As life gradually returns to normal after the coronavirus crisis, many of us may be feeling the effects of life in lockdown on the scale. What’s jokingly being referred to as the “quarantine 15” has many of us now wondering how to shed those extra pounds as we adjust to the “new normal”. One popular diet trend you may have heard of is called Intermittent fasting (IF). IF is an eating pattern that cycles between periods of fasting and eating. The most popular method known as the 16/8 method involves skipping breakfast and restricting your daily eating period to 8 hours (i.e. 11-7 pm or 12-8 pm) and fasting for the 16 hours in between. Studies in both animals and humans have shown IF can be a very effective weight loss tool. You may be wondering how simply changing the timing of your meals helps you lose weight? Aside from consuming fewer overall calories, turns out fasting triggers several hormonal changes, including lowering insulin levels, increasing growth hormone and the release of the fat burning hormone norepinephrine (noradrenaline). Short-term fasting (because of these changes in hormones) may increase your metabolic rate by 3.6-14%, which in addition to the reduction in overall calories results in weight loss. Although more studies are needed, IF may also have positive effects on blood pressure, inflammation, heart health, brain health, and aging. Just a few things to keep in mind:
- It’s important to continue to follow a healthy diet (such as a plant-based Mediterranean diet) during your eating period. (If you binge and eat lots of unhealthy foods during your eating periods, you may not lose weight at all).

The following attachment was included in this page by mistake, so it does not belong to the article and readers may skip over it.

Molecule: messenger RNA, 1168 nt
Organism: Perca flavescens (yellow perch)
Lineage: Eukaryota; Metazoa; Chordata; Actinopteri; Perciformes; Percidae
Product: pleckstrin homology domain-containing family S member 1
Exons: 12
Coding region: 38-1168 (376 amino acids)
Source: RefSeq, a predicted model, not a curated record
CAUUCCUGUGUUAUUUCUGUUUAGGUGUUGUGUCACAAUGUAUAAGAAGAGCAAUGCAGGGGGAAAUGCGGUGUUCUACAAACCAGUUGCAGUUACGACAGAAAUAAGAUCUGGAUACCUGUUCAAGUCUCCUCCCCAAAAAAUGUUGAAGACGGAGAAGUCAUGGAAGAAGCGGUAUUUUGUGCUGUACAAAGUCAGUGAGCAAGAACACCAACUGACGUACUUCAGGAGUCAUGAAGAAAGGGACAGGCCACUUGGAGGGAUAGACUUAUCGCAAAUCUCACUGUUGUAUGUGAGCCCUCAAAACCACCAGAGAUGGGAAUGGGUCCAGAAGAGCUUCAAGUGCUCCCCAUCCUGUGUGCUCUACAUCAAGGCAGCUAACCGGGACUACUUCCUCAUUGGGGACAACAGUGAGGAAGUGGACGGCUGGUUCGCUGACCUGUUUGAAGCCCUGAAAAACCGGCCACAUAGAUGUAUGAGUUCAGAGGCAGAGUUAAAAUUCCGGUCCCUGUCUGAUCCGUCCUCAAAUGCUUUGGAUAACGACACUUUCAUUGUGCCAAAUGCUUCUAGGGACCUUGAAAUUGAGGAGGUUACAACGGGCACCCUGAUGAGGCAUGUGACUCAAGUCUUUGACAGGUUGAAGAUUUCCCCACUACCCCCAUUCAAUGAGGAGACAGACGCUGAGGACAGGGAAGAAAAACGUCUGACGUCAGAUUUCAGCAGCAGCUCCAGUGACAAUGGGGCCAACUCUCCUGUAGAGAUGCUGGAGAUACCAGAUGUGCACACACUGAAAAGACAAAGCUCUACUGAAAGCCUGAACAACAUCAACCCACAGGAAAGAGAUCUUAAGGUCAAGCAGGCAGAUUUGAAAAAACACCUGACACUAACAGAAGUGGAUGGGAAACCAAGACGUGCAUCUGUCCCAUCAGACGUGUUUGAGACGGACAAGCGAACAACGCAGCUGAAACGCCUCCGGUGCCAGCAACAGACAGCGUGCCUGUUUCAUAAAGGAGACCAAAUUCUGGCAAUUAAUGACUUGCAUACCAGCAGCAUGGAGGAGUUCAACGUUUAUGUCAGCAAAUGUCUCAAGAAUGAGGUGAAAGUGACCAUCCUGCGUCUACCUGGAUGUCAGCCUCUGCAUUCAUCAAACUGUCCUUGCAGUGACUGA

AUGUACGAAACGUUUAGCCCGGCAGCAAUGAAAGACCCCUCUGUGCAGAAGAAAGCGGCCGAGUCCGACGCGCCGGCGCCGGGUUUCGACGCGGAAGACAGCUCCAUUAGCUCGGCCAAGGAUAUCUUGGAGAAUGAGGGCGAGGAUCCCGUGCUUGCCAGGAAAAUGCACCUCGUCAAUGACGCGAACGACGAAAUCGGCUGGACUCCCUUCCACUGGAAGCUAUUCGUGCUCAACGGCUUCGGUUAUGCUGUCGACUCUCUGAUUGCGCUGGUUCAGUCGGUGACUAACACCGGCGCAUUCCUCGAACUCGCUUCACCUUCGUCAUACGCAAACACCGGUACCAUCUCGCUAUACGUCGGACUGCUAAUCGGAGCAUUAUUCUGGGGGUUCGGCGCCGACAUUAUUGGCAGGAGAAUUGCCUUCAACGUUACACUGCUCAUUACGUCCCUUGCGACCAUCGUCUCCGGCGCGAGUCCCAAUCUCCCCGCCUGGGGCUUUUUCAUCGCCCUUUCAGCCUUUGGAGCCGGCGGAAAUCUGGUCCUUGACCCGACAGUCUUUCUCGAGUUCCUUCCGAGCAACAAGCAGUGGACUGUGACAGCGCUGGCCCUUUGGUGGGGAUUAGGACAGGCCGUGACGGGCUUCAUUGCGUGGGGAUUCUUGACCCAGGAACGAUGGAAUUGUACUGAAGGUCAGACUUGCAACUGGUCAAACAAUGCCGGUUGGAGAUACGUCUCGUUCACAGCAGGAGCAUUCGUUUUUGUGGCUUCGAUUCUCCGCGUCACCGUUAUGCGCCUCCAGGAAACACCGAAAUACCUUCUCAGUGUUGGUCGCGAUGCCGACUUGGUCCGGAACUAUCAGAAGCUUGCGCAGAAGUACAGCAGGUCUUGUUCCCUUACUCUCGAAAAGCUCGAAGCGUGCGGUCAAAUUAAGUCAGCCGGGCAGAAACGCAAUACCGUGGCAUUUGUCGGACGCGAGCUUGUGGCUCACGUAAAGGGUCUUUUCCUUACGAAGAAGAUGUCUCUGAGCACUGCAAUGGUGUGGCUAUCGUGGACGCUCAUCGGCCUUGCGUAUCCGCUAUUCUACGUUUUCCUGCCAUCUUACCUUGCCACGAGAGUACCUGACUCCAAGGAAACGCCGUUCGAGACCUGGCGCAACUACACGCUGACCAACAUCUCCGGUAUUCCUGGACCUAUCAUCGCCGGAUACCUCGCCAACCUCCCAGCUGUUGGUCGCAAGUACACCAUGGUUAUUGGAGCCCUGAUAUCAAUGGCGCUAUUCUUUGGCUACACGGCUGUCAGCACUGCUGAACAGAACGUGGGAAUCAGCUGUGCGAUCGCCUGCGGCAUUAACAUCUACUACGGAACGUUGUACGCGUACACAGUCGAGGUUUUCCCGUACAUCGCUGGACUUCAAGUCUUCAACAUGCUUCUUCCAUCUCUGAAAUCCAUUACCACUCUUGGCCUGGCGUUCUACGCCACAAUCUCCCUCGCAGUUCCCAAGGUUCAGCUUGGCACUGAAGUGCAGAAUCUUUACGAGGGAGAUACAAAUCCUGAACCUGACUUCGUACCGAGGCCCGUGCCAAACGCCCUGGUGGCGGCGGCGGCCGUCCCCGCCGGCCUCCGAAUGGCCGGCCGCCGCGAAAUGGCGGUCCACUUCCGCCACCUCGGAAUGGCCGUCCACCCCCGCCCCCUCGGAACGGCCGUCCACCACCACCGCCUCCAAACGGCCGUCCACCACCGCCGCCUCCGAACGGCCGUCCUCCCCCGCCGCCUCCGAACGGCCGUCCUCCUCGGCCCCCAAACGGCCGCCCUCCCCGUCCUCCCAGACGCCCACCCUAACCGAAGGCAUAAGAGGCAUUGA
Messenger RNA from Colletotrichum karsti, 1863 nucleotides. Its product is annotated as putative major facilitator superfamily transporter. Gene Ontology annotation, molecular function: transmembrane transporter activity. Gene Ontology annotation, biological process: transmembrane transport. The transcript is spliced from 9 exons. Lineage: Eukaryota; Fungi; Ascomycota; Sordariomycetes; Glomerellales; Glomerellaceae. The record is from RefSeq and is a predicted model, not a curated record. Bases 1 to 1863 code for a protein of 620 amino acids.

- If you take nutritional supplements, remember most work better when taken with meals, so try to avoid taking them during your fasting period, which can cause an upset stomach.
- Although IF can be a very effective weight loss tool, it is not for everyone. Always check with your doctor before starting any weight loss program, particularly if you have a medical condition.
(1) Cabo, R. D., & Mattson, M. P. (2019). Effects of Intermittent Fasting on Health, Aging, and Disease. New England Journal of Medicine, 381(26), 2541–2551. doi: 10.1056/nejmra1905136
(2) Jane, L., Atkinson, G., Jaime, V., Hamilton, S., Waller, G., & Harrison, S. (2015). Intermittent fasting interventions for the treatment of overweight and obesity in adults aged 18 years and over: a systematic review protocol. JBI Database of Systematic Reviews and Implementation Reports, 13(10), 60–68. doi: 10.11124/jbisrir-2015-2363
(3) Patterson, R. E., & Sears, D. D. (2017). Metabolic Effects of Intermittent Fasting. Annual Review of Nutrition, 37(1), 371–393. doi: 10.1146/annurev-nutr-071816-064634
(4) Tello, M. (2020, February 10). Intermittent fasting: Surprising update. Retrieved from https://www.health.harvard.edu/blog/intermittent-fasting-surprising-update-201806291415
(5) (TechSpace), N. K. (2020, April 23). Intermittent Fasting 101 – The Ultimate Beginner’s Guide. Retrieved from https://www.healthline.com/nutrition/intermittent-fasting-guide#:~:text=Intermittent fasting (IF) is an,described as an eating pattern.
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